Corkscrew Peak


By: Gary Graig


My List Finish

I had no idea that I knew so many great people. It was truly an honor to hike with so many of my friends on the occasion of my DPS List Finish on Corkscrew Peak this fine November day.

After the sign-ins and introductions, which took longer than usual as one might imagine, our group of about 45 hikers set off across the gentle terrain toward the base of Corkscrew. There were scattered high clouds and nice temperatures. We veered a bit to the east of the route marked in the Peaks Guide, staying in the major north-trending wide wash for a mile or so before turning more to the west and taking our first break on a broad ridgeline at the 3500’ level at UTM 017678. When we got moving again we moved along the ridge north, west, and then steeply northwest until we joined the route ‘A’ variation at elevation 4400’, where we saw the first signs of a faint use trail leading toward the summit. We took another short break here, after having climbed some steep terrain around some rocky outcrops along the ridge. Then, we hiked upward to another level area near elevation 5100’, along the “variation” marked in the Guide, where we took our final break before the summit. The use trail above this point is quite obvious as it winds its way up and to the right toward the wide gap in the summit cliffs.

The final few hundred vertical feet start with a nasty bit of sandy, slippery, terrain which quickly eases and passes a large “window” before the final push to the summit along a ridge with great views in all directions. This last bit was absolutely surreal for me: the culmination of an effort that began in earnest in 1994 and had introduced me to so many fantastic people and places. I stopped just a few yards short of the summit to let the tail end of the group catch up, almost reluctant to take the last few steps.

Good sense set in soon enough. After touching the highest point, a “receiving line” of sorts formed and I had the pleasure of shaking hands with (or getting a bear hug from, in some cases) every member of the group as they joined me at the top. A huge quantity of champagne (generously provided by my co-leaders) quickly appeared, as did a List Finisher pin and about a million cameras. We enjoyed the bubbly, lunch, and camaraderie on the summit under perfect conditions. Nice!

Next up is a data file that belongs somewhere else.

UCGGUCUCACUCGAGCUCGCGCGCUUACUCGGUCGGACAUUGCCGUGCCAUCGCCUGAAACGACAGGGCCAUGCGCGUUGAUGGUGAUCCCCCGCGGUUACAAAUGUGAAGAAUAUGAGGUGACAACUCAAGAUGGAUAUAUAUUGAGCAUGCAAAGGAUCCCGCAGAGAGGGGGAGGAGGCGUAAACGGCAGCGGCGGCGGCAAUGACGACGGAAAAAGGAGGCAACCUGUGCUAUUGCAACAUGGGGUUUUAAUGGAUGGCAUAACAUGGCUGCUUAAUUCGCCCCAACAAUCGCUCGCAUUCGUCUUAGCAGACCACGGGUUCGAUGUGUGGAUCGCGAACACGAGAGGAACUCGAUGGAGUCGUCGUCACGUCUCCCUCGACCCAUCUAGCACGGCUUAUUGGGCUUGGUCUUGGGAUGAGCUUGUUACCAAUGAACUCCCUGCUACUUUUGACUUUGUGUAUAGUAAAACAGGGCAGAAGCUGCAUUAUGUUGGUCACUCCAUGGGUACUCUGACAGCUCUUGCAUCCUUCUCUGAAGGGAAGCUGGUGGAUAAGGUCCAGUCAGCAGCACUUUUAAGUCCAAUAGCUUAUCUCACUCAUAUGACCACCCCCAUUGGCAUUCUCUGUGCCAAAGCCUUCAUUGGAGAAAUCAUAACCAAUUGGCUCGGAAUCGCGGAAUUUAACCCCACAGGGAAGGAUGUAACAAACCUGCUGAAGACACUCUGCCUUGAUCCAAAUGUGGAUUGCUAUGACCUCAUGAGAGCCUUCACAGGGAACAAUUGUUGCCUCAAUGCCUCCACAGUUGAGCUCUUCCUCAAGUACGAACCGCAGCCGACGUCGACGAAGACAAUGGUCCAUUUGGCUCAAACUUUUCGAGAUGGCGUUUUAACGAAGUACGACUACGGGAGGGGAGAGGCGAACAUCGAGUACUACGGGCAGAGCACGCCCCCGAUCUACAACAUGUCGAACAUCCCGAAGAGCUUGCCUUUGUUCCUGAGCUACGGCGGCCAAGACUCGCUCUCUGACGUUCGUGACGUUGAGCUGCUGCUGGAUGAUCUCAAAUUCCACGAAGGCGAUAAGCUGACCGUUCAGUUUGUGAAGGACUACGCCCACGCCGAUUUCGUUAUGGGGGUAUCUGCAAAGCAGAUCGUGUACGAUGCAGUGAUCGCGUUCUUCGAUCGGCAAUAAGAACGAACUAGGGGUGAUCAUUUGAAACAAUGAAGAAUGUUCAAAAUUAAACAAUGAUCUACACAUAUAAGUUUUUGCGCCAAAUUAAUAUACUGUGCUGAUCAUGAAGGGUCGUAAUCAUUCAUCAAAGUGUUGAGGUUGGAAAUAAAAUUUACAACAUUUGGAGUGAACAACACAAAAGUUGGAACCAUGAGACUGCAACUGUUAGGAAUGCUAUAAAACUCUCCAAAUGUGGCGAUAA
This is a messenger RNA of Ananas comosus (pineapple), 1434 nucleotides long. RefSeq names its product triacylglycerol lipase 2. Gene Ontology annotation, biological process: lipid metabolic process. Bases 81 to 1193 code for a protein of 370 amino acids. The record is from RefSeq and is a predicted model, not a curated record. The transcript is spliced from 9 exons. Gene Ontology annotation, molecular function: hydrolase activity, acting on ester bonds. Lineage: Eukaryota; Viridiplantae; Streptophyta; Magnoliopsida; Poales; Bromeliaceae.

All manner of summit group photos were taken and then the group headed back toward the vehicles after about an hour on top. At the point where we had taken our last break on the way up, the group split in two with one party dropping to the east into the major north-south canyon and the other following the ridgeline between that canyon and the ridge that we had ascended. I led the latter group down the ridge and we found it generally easier going than the ridge that we had climbed. The canyon group encountered some “interesting” dryfalls but made it back to the cars not much later than we did with no problem.

Our camp/party site for the evening was outside the Death Valley park boundary, at a point 1.4 miles from the pavement along the Titus Canyon road on the north side. I won’t even try to describe the variety of food and drink that appeared in camp. Many thanks to all of the cooks! Shortly afterward, there was a short musical number and I was presented with a copy of “Desert Solitaire” thoughtfully signed by all of the participants, and a small flat rock autographed by some of my “girlfriends”. The remaining festivities involved demands from the crowd that I burn articles of clothing, and the destruction of some of my camp furniture, both of which were accomplished in short order.

On the morning of Sunday the 17th, we had the outstanding-as-usual pancake breakfast, and then the group split and departed for various destinations. I joined a climb of unlisted Thimble Peak, which goes quite nicely (class 2) in about three hours round trip from the highest point on the Titus Canyon road to the west of our campsite. Another group climbed Canyon Point, well known for its fabulous descent route on a gravelly slope. Others headed for more obscure destinations or straight for home. Our climb of Thimble had about 15 participants and we closed out the trip with a final bottle of Champagne and some snacks at the old mining site in Titus Canyon. It was another fine day in the desert.

I’d like to close with recognition of a few people who I didn’t get a chance to thank publicly and personally during the trip. First in line of course are my co-leaders and frequent climbing companions Greg and Mirna Roach and Sue Holloway. I’d also like to include Linda McDermott here as “campmaster” and pancake queen. A few other people stand out too: Ron Bartell and Christine Mitchell, who were most instrumental in getting me interested in doing desert trips in the first place. Also John McCully and Ron Hudson who organized some of my earliest “death marches” like the Inyo Crest ridge run and the Big Picacho dayhike. And lastly, all the rest who joined us for this special weekend: Jim Hinckley, John Strauch, Dave & Elaine Baldwin, Steve Eckert, Jack Wickel, Heidi Dunham, Linda Roman, Gail Hanna, Richard Carey, Kathleen Mazur, Edna Erspamer, Ed Herrman, Judy Hummerich, Cliff Jones, Richard Whitcomb, Mary & Rayne Motheral, Ten Ryan, Scott Craig, Dean & Pat Acheson, Rich Gnagy, Mark Adrian, John Connelly, Patty Rambert, Tom Erspamer, Jim Conley, Neal Scott, Don Sparks, Mary McMannes, Jan St. Amand, Vic & Sue Henney, Gene Mauk, Duane McRuer, and Jim Kalember. For those of you unable to attend, we missed you, but don’t despair; you’ll get an invitation for the next go-around in a few years...

Detailed information for visiting one or more peaks mentioned in this article can be found in the
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